Reading The First Fifteen Lives of Harry August got me hooked into Claire North's (also known as Kate Griffin and Catherine Webb) wonderfully rich, clever and entertaining stories. As such I've been eagerly awaiting The Sudden Appearance of Hope for some time.
One of the things that really draws you into the authors works is the idea, with Harry August it was this select group of people who exist in a loop, repeating their life over and over again. This time the bright idea deals with memory. Hope Arden isn't just a forgettable person in the normal sense, everyone forgets her completely the moment she is out of their sight. That includes family, friends and even people of authority. Chat to her one minute, turn around and when they turn back she is a stranger.
To begin with this sounds kind of fun and alluring from an escapism perspective. Think about it a bit more though and many of the things that we take for granted could never be kept. Friendship is a big one of course, how do you make friends with someone who will forget you the following day? Career, how do you have a reliable career if when you turn up for work on the second day no-one remembers you working there, not to mention how you can get any real training when the course tutor forgets who you are.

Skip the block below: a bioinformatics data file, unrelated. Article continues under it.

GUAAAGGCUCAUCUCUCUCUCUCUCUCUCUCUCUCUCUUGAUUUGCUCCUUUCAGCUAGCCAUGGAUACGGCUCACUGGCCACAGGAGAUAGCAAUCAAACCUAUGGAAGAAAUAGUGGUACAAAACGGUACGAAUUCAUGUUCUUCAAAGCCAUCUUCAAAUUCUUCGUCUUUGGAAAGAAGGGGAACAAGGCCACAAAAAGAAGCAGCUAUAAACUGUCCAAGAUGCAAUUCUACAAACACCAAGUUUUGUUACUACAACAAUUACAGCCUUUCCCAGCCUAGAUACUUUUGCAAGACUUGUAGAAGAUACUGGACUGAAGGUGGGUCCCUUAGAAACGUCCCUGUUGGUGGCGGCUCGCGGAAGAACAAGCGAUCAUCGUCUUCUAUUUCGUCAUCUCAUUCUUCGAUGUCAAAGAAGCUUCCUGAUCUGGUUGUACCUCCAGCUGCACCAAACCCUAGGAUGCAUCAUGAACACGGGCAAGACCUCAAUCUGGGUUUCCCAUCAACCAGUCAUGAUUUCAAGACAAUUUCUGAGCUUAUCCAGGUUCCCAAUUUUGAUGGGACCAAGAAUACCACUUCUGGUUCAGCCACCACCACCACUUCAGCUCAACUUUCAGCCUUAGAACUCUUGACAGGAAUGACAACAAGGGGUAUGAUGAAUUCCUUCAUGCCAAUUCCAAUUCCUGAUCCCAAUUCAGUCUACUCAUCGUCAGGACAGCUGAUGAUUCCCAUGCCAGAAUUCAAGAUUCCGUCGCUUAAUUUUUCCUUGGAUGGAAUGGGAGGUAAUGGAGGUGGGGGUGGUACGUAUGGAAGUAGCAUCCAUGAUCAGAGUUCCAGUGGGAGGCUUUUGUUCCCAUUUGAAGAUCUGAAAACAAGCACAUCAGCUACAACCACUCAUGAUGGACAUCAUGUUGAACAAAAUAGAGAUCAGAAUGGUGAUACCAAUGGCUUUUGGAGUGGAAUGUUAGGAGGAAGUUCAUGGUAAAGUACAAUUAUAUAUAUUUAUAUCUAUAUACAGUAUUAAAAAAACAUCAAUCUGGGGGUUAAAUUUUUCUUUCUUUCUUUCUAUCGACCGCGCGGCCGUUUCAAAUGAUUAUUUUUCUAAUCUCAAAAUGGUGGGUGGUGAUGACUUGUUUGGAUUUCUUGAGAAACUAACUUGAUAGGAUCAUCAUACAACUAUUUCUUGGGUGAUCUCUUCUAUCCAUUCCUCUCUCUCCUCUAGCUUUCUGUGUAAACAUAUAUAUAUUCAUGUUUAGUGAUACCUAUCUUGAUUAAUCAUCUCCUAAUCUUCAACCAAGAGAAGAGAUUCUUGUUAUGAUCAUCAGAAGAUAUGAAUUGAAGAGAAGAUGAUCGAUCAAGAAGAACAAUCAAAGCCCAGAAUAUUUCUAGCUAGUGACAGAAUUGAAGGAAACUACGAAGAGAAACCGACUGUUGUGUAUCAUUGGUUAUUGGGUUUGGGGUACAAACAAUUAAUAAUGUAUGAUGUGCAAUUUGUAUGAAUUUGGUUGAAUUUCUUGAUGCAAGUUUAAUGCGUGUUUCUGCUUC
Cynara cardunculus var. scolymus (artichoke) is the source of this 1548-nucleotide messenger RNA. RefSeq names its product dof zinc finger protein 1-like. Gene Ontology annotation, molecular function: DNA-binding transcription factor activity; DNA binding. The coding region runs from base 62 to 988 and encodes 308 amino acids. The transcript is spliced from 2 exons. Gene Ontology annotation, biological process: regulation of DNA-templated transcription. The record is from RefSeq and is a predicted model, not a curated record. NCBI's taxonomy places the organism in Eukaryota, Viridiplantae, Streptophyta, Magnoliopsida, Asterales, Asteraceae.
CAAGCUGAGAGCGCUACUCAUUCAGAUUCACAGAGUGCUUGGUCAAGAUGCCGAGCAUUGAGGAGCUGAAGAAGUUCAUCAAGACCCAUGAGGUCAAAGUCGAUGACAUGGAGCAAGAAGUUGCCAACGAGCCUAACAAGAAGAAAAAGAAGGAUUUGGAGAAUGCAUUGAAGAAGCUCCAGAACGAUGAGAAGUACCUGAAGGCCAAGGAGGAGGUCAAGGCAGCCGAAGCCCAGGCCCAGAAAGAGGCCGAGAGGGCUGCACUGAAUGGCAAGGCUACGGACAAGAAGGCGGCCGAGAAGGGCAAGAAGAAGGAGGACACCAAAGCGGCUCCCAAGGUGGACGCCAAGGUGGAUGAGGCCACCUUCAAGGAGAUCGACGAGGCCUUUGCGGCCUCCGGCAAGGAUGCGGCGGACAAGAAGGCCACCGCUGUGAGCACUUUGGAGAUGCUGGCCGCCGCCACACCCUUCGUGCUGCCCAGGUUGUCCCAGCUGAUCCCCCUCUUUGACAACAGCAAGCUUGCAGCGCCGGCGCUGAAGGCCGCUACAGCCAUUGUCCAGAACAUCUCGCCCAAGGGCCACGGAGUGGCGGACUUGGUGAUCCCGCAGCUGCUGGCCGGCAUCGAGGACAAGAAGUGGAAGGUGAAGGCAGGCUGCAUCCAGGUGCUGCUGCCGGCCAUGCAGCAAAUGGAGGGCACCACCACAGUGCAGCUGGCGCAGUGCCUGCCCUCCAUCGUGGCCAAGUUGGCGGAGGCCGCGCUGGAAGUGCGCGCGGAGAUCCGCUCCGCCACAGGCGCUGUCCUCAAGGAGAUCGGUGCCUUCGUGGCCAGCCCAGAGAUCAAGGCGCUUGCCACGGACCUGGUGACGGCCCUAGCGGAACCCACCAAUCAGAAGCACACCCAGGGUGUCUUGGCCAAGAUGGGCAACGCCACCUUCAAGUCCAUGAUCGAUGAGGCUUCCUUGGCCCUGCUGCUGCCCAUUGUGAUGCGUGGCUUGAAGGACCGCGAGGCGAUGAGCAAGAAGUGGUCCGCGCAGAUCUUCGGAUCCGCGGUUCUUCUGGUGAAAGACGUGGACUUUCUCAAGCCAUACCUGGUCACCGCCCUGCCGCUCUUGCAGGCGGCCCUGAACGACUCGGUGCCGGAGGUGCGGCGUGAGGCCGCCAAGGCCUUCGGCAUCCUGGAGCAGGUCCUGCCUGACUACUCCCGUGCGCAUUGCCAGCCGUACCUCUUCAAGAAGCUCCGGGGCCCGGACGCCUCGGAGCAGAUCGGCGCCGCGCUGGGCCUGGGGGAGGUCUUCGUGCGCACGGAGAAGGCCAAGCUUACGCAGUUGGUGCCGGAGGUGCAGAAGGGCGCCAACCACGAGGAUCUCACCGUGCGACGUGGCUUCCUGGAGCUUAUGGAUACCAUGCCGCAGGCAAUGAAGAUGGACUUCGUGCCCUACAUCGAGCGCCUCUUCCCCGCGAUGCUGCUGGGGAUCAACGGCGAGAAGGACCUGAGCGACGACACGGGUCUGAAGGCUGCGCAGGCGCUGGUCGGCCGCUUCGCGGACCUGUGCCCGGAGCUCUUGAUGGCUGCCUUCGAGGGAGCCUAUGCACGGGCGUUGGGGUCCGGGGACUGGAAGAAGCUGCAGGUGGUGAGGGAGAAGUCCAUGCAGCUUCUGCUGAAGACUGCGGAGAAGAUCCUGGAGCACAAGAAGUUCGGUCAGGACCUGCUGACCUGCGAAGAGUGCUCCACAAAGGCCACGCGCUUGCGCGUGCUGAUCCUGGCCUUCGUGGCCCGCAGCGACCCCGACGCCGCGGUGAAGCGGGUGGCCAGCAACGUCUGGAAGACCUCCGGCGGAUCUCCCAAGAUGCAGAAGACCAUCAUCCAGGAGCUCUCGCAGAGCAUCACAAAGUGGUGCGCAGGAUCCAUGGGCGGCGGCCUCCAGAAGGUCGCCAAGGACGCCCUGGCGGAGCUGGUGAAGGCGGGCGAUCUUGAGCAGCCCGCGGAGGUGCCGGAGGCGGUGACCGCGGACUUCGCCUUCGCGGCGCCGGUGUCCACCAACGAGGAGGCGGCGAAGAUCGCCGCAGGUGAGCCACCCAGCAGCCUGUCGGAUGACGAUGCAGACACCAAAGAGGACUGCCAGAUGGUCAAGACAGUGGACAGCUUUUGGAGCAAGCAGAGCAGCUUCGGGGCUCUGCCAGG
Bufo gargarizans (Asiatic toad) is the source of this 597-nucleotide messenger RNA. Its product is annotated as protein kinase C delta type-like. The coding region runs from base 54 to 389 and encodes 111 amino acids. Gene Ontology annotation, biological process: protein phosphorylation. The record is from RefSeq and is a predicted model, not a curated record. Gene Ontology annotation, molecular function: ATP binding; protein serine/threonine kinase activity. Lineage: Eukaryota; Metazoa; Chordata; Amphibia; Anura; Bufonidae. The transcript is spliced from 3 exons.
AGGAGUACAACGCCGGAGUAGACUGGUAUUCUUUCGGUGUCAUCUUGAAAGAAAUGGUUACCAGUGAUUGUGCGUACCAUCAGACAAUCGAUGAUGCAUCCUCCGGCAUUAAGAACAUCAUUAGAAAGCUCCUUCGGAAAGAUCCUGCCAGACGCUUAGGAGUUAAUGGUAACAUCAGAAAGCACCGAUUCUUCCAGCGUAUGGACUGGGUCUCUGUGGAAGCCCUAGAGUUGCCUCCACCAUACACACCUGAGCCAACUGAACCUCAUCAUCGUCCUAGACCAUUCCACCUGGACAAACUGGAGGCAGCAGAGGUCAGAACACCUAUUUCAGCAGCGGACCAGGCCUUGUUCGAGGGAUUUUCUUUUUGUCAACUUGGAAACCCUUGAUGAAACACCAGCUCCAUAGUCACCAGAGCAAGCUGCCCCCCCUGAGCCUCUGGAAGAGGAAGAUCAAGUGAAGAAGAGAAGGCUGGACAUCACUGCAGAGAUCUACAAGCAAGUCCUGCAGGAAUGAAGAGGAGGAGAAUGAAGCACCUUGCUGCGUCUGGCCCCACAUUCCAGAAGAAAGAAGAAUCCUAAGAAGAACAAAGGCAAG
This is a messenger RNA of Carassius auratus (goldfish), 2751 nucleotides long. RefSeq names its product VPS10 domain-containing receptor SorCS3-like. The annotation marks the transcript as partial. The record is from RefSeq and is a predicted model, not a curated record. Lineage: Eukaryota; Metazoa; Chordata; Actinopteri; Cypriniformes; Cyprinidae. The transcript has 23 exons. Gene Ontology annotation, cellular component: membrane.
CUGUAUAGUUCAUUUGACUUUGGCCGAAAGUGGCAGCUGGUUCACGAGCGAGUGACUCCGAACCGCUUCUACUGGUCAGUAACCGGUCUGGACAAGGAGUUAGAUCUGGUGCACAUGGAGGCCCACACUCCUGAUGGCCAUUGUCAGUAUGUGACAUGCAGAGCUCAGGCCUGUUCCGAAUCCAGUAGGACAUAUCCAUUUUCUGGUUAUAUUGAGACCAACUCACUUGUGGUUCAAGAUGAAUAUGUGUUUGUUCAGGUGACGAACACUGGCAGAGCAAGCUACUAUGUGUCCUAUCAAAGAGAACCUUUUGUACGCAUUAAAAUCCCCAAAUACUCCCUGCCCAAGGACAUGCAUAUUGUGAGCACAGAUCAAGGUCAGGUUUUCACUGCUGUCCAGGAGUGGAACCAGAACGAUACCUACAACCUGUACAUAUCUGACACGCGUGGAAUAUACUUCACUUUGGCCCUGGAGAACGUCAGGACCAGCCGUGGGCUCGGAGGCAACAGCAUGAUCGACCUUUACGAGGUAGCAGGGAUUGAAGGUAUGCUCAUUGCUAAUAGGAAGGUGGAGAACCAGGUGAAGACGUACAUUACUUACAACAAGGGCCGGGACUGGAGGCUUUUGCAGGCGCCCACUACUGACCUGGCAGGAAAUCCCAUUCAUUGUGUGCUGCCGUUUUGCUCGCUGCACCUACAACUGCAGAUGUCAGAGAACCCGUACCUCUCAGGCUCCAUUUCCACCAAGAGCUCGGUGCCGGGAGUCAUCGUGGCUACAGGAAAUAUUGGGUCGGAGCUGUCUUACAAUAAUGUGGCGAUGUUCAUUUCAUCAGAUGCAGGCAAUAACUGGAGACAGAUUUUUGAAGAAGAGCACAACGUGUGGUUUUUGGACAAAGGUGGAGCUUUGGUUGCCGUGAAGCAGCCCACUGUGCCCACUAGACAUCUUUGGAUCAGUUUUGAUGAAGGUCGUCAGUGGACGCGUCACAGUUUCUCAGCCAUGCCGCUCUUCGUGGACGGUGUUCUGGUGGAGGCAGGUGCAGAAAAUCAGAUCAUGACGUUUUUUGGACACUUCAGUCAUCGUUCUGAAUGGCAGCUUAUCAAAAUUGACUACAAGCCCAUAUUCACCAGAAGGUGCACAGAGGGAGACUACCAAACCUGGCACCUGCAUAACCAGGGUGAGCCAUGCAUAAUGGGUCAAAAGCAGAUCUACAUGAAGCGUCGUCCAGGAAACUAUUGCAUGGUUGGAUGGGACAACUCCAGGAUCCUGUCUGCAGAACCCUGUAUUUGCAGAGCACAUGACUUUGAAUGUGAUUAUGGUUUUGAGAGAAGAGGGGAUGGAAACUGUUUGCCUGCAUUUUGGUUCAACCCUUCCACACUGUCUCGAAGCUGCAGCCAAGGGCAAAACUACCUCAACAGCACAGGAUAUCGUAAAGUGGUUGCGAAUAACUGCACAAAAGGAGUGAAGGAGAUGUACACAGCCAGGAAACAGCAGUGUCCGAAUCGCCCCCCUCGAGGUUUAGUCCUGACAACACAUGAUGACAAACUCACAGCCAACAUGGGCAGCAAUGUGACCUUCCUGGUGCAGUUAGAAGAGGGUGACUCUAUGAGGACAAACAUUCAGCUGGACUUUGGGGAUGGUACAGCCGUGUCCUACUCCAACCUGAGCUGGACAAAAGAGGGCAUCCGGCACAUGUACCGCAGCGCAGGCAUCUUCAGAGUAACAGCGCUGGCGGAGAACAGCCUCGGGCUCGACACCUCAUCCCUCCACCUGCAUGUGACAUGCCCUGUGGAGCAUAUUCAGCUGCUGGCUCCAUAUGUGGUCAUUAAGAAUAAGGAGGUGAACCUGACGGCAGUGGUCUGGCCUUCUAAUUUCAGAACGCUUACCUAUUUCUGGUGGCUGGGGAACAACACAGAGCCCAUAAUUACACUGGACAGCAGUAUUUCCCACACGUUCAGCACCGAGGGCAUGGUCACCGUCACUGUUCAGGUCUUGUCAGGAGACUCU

North explores the idea of the forgotten person in great detail, narrated from the mouth of Hope herself. Along with this story of forgetfulness we have this strange app called Perfection. Perfection is a lifestyle app on steriods, it hooks into every part of your life and then begins to shape who you are to fit what it considers to be a "better" (or Perfect) person. As you can imagine these sorts of things are never going to end well.
It's a brilliantly executed story but one of the authors real gifts is how she manages to present what are essentially big science fiction ideas in what is regarded as a literary novel. She manages to sneak past plonking the book in the science fiction section and so opening up the readership to a much bigger audience.
North's writing is so easy to read, there isn't lengthy exposition or pace busting world-building, her stories are focused on the idea and just as importantly the character. The character of Hope is wonderfully nuianced. She makes realistic decisions when events transpire against her and she is an open book as far as her motivations and feelings are concerned. We learn the hurt she feels being disconnected with her family and the pain of being unable to make friends, or even a lover. It's fiction that really does tug at your emotions and it's almost impossible not to be drawn in and to root for Hope.
The Sudden Appearance of Hope is a clever, thought-provoking and highly entertaining story from beginning to end. It's moving, joyful fiction that cries out to be enjoyed, studied and awarded.
PS: If like me these books have made you a fan of Claire North, you should also check out her work as Kate Griffin - especially the Mathhew Swift series - it's exceptional urban fantasy.
Written on 27th June 2016 by Ant.
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